Stuart: None of them require the Axiom of Choice. The Axiom of Choice states that every set has a well-ordering (a total order on the set under which every subset has a least element). But all three of the methods you mention for enumerating the rationals define nice, well-behaved well-orderings. There is no need to invoke the Axiom of Choice in order to assert the existence of a well-ordering if we can exhibit an actual, concrete one.
Thanks for that, I guess you have to expose your ignorance in order to learn sometimes. Where I was coming from was this quote (wikipedia) “In mathematics, the axiom of choice, or AC, is an axiom of set theory. Informally put, the axiom of choice says that given any collection of bins, each containing at least one object, it is possible to make a selection of exactly one object from each bin, even if there are infinitely many bins and there is no “rule” for which object to pick from each. The axiom of choice is not required if the number of bins is finite or if such a selection “rule” is available.” I assumed that in order to ‘cross out’ the infinite numbers of repeat fractions eg 1/1, 2/2, 3/3,… one has to make a selection from an infinite number of ‘bins’, is this not the case because as the quote says, there is a “rule”?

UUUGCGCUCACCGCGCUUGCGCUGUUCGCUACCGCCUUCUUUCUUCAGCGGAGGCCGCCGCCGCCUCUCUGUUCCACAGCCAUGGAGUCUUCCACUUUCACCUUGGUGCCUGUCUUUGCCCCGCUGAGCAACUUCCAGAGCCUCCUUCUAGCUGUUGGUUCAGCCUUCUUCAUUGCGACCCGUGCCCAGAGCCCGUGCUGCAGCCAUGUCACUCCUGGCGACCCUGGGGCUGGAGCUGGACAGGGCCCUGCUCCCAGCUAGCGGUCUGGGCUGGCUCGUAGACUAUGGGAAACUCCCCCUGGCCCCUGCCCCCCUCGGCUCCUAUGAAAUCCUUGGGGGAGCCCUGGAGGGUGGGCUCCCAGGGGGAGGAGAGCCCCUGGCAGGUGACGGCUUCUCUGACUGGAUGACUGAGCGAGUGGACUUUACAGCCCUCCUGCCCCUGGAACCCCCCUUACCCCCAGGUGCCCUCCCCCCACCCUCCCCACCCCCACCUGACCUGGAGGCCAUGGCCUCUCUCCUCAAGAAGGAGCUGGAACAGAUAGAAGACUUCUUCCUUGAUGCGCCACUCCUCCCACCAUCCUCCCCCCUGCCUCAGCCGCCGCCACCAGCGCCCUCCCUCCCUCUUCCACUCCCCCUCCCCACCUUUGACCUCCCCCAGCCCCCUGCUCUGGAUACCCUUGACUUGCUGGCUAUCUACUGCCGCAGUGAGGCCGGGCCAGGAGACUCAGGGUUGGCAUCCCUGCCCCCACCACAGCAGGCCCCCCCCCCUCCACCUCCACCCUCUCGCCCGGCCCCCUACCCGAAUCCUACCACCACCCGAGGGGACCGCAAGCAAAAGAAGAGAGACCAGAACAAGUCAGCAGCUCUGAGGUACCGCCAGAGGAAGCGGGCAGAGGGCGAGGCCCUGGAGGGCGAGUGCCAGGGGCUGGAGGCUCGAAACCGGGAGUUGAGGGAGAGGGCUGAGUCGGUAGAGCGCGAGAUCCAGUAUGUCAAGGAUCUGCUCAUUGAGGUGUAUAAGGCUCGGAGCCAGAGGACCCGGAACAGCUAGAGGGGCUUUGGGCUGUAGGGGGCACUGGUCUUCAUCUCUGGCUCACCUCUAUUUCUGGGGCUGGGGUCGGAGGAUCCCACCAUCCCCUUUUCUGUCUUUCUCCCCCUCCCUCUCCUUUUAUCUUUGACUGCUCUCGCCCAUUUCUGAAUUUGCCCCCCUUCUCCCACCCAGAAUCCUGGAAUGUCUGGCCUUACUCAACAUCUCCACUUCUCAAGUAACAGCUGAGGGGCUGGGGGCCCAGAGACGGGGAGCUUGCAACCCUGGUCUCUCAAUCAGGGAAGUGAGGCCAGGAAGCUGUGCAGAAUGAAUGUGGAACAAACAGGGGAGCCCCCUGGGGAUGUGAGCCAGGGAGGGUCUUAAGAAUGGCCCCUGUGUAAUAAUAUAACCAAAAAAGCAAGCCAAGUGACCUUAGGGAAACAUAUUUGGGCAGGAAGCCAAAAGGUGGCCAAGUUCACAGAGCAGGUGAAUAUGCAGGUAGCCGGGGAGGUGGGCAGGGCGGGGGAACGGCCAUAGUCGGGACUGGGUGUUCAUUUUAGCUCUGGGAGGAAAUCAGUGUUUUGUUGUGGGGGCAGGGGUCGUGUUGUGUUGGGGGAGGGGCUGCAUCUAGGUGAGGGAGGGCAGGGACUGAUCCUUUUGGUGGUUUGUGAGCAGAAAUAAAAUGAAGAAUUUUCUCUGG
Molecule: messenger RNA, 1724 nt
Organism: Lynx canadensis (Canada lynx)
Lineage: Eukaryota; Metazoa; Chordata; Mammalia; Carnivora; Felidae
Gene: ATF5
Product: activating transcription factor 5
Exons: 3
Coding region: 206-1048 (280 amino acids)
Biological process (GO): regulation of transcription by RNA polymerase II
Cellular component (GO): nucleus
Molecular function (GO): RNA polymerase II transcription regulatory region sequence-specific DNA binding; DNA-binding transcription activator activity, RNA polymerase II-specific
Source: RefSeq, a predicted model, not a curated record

Sure, asking questions is a great way to learn, and necessarily questions expose your ignorance. Nothing wrong with that. =) And you’re exactly right: since there is a nice, well-defined “rule” in this case that tells us which numbers to pick/cross out etc., we don’t need AC. You only need the Axiom of Choice if you simply want to assert the existence of a function which will (arbitrarily) choose one thing from each bin, and you have no way of otherwise saying how such a function might actually be constructed. The situations where you actually need this are rather esoteric. Interestingly, AC is “independent” of the other basic axioms of set theory (the so-called “Zermelo-Fraenkel” axioms)–that is, you can neither prove nor disprove AC from the other axioms, and you can assume AC or you can assume its negation, and nothing breaks either way.
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Awesome post. Its been too long since I’ve enjoyed mathematics!